Penguin Random House has landed a deal to publish two forthcoming memoirs by former U.S. President Barack Obama and his wife, Michelle, with one volume to be written by each, the publishing company said on Tuesday.
Terms of the agreement, in which Penguin Random House acquired worldwide publication rights for the two books, were not disclosed, but Financial Times said the Obamas may have set a record deal in excess of $65million.
But in keeping with their past practice, the Obamas plan to donate a “significant portion of their author proceeds to charity,” including the Obama Foundation, the publisher said in a statement.
The deal followed a heated auction for global rights to the two books with bidding that reached more than $60 million, a record sum for U.S. presidential memoirs, the Financial Times reported, citing people with knowledge of the sales process.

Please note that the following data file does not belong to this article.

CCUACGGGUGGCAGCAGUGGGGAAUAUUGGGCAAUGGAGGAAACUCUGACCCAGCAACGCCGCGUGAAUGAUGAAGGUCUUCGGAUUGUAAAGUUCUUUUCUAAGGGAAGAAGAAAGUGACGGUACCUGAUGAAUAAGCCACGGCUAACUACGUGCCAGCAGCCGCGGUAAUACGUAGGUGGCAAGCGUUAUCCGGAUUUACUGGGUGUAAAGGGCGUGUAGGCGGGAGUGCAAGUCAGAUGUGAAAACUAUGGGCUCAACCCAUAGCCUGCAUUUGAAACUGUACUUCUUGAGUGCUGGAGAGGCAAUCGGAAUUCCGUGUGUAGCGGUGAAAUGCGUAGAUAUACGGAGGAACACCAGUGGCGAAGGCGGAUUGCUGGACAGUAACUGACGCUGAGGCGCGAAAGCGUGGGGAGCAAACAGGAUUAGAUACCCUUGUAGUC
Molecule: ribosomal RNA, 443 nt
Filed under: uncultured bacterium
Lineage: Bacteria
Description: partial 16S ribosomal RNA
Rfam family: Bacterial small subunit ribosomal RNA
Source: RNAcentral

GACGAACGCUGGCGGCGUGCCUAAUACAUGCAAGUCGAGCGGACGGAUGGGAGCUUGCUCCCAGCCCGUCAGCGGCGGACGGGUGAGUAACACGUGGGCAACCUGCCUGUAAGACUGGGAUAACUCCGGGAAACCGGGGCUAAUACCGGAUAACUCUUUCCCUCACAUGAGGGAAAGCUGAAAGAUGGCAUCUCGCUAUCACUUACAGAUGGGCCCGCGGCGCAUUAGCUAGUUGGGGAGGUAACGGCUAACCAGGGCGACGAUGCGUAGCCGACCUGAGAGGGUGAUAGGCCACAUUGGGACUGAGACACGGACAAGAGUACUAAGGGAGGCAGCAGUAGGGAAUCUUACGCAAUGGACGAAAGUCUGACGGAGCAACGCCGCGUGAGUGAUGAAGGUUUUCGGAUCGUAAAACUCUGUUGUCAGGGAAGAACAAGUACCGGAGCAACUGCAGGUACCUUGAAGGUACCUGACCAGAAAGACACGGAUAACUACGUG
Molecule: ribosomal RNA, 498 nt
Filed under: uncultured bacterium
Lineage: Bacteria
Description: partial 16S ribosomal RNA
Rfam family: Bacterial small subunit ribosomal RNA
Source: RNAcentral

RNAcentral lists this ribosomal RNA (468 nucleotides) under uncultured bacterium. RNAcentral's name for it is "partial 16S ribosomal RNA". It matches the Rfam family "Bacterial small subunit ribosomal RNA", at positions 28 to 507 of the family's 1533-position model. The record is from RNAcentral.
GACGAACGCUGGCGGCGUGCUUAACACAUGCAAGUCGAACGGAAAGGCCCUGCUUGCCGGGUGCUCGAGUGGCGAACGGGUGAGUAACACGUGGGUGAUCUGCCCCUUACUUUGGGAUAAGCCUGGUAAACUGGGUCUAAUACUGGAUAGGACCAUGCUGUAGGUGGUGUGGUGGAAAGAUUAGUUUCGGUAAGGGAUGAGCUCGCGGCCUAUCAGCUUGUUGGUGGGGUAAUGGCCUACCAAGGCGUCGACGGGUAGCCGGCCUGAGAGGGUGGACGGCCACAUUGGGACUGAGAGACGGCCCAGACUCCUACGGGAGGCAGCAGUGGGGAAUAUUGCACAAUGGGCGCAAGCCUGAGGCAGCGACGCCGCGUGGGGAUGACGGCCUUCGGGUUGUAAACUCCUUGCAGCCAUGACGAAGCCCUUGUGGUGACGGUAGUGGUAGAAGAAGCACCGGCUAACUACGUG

By comparison, fellow Democrat and former President Bill Clinton earned $15 million for rights to his 2004 memoir “My Life” after he left office, while Obama’s immediate predecessor, Republican George W. Bush, reaped some $10 million from his book “Decision Points,” according to the Financial Times. Those books were published by Penguin Random House division Knopf and Crown, respectively.
Penguin Random House also published Obama’s three previous books — “Dreams of My Father,” “The Audacity of Hope,” “Of Thee I Sing: A Letter to My Daughters.”
The company did not disclose the subject matter of the two forthcoming books, or a time frame for them to be published, but they will presumably cover Obama’s time in the White House as the first African-American U.S. president.
Among other publishers who bid on the Obama deal were HarperCollins, a unit of News Corp, and Simon & Schuster, owned by CBS Corp, the Financial Times said.
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